• Naloxone implants are unlicensed in either Australia or overseas; they should not be confused with depots, which are licensed in the US and Europe.
  • Nielsen S, Gowing L, Sabioni P, Le Foll B. Pharmacotherapies for cannabis dependence. Cochrane Database Syst Rev. 2019;1(1):CD008940. 2019 Jan 28.
  • Pani PP, Trogu E, Pacini M, Maremmani I. Anticonvulsants for alcohol dependence. Cochrane Database of Systematic Reviews 2014, Issue 2. Art. No.: CD008544.
  • Royal Australasian College of Physicians, Guidelines for ethical relationships between health professionals and industry. Sydney:, 2018
  • Siefried KJ, Acheson LS, Lintzeris N, Ezard N. Pharmacological Treatment of Methamphetamine/Amphetamine Dependence: A Systematic Review. CNS Drugs. 2020 Mar 17. doi: 10.1007/s40263-020-00711-x. PMID: 32185696.

5. Use a ‘universal precautions’ approach for all psychoactive medications that have known potential or liability for abuse including opioids, benzodiazepines, antipsychotic medications, gabapentinoids, cannabinoids and psychostimulants

The misuse of a prescription drug or drug class (e.g. benzodiazepines, opioids) is often followed by warnings to medical practitioners to avoid use of that medication or drug class. This may result in doctors using alternative psychoactive medications (e.g. quetiapine, pregabalin) which, in turn, become identified as “drugs of misuse” and become “problem drugs”. Underlying this trend is an overreliance on medication in preference to psychosocial and physical therapies and a failure to adopt a broader universal precautions approach to the use of psychoactive medications.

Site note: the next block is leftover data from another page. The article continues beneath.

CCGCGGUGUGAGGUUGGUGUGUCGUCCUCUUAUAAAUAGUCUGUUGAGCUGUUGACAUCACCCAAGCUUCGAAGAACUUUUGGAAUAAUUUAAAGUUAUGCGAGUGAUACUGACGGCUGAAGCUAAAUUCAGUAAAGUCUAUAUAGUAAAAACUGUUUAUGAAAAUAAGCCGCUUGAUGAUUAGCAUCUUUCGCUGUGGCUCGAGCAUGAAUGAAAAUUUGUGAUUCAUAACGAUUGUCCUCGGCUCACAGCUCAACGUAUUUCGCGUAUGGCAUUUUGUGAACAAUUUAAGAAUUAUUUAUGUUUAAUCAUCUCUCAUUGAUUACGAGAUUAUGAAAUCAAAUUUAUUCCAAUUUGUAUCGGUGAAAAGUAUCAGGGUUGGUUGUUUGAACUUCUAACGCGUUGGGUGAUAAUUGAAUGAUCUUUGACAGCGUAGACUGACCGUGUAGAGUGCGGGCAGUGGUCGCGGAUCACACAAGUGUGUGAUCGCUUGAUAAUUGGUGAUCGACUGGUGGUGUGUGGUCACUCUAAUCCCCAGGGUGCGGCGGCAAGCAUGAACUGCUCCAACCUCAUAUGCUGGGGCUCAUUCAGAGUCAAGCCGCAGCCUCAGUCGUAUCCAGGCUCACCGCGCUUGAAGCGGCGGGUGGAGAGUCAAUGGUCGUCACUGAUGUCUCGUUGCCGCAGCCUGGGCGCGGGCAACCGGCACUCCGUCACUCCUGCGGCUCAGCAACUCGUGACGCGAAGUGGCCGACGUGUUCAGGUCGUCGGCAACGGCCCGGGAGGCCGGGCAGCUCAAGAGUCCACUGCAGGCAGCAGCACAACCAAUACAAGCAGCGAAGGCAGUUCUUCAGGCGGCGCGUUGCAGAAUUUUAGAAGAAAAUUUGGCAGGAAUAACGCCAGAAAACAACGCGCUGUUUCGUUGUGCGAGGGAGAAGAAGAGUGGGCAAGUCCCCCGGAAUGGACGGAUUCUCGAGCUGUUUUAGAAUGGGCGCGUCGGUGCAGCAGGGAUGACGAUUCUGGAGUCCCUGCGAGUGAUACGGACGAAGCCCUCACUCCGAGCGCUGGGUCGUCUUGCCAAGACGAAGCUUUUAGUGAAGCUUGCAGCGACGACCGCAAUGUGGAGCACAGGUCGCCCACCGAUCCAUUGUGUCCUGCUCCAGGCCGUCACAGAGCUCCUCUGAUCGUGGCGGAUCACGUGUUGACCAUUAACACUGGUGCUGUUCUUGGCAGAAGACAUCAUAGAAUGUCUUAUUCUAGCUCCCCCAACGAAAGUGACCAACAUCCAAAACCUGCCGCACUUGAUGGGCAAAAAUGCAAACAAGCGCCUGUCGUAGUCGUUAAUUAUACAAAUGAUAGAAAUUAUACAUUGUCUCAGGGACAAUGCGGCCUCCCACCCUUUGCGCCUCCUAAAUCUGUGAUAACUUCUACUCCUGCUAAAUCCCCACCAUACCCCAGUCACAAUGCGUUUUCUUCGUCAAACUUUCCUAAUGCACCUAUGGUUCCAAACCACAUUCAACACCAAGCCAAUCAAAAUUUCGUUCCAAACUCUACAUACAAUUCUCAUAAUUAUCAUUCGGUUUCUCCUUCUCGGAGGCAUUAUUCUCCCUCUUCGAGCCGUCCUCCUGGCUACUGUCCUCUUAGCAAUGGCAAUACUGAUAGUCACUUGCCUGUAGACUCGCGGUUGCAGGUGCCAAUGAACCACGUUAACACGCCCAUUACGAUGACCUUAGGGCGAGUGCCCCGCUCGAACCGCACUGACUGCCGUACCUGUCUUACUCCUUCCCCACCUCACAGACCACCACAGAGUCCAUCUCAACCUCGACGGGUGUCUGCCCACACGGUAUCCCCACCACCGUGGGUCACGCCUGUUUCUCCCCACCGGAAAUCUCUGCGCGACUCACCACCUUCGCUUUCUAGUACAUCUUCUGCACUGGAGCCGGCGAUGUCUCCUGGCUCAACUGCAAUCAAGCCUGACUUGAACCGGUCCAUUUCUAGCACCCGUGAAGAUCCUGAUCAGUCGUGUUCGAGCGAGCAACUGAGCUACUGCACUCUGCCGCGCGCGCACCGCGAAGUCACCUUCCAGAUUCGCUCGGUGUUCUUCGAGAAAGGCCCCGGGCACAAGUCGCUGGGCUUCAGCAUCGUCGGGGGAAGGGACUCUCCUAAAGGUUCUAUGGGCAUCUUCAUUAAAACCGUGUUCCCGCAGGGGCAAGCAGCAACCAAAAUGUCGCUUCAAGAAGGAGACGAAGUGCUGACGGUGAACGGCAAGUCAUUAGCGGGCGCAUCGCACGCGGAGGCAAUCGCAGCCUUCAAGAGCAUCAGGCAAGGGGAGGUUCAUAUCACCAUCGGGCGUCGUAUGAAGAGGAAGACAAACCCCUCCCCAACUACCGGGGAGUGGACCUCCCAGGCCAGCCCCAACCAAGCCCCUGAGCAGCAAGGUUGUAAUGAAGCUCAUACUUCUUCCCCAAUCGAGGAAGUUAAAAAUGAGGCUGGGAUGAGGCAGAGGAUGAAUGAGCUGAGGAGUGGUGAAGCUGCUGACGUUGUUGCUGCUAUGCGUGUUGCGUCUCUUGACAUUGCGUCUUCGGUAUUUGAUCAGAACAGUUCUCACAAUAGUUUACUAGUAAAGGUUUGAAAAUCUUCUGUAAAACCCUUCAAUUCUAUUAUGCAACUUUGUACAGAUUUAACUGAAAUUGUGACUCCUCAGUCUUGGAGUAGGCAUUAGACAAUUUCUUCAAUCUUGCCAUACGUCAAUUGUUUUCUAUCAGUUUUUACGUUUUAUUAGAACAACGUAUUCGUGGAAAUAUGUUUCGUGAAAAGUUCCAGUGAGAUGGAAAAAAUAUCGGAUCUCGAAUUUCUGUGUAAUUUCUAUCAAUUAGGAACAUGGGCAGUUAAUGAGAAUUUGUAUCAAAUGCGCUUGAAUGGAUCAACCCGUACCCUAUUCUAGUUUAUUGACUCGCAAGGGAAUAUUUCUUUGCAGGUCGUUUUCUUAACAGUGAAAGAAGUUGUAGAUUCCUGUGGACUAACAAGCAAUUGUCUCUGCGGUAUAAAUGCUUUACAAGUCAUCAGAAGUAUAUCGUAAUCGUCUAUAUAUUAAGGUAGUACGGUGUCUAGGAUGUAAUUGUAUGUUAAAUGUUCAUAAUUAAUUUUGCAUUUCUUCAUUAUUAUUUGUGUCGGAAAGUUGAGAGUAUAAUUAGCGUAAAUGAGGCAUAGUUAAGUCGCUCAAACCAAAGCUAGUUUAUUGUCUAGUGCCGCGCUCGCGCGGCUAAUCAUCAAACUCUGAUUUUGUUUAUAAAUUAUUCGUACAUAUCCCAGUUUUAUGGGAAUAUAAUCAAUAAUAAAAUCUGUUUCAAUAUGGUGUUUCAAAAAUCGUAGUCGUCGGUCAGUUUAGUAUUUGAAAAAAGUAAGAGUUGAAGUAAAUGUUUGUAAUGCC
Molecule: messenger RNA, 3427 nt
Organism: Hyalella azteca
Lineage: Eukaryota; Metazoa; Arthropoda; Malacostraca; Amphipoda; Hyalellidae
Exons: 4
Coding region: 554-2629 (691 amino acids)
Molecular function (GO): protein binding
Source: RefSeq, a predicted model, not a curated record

As all psychoactive medications have the potential to be abused, a universal precautions approach to prescribing such medicines is recommended, based upon the following principles:

  1. risk screening: identifying patients at risk of poor adherence to medications and/or at risk of developing harms related to their use of a medication
  2. identifying clear treatment goals with the patient and considering the role of medication and other treatment options, including the potential harms and benefits of use of a medication
  3. structuring treatment according to patient risk including instalment dispensing, approaches to increase medication adherence such as urine drug screens and prescription monitoring, written treatment agreements and regular clinical reviews and
  4. regular monitoring of patient outcomes and medication-related issues associated with adherence and adverse events.
Supporting Evidence
  • Gourlay DL, Heit HA, Almahrezi A. Universal precautions in pain medicine: a rational approach to the treatment of chronic pain. Pain Med. 2005 Mar-Apr;6(2):107-12.
  • Heilbronn C, Lloyd B, McElwee P, Eade A, Lubman DI. Trends in quetiapine use and non-fatal quetiapine-related ambulance attendances. Drug Alcohol Rev. 2013;32(4):405–411.
  • Murnion B, Conigrave KM. Pregabalin misuse: the next wave of prescription medication problems. Med J Aust. 2019;210(2):72–73.
How this list was developed

The Chapter Committee of the Australasian Chapter of Addiction developed a draft Evolve
Top-5 Recommendations of low-value practices and interventions that pertain to the
specialty. After several rounds of internal consultations and revisions, the list of
recommendations was subject to an extensive review process that involved key College
societies with an interest or professional engagement with addiction medicine.
The list was then consulted with our partners at Choosing Wisely Australia. The
recommendations were also reviewed by the College’s Aboriginal and Torres Strait Islander
Health Committee to ensure that the list adequately reflects the health needs of Indigenous
Australians with substance use disorders.
Feedback received in the consultations led to further finetuning of the list, which was then
finalised and approved by the AChAM President and President-Elect.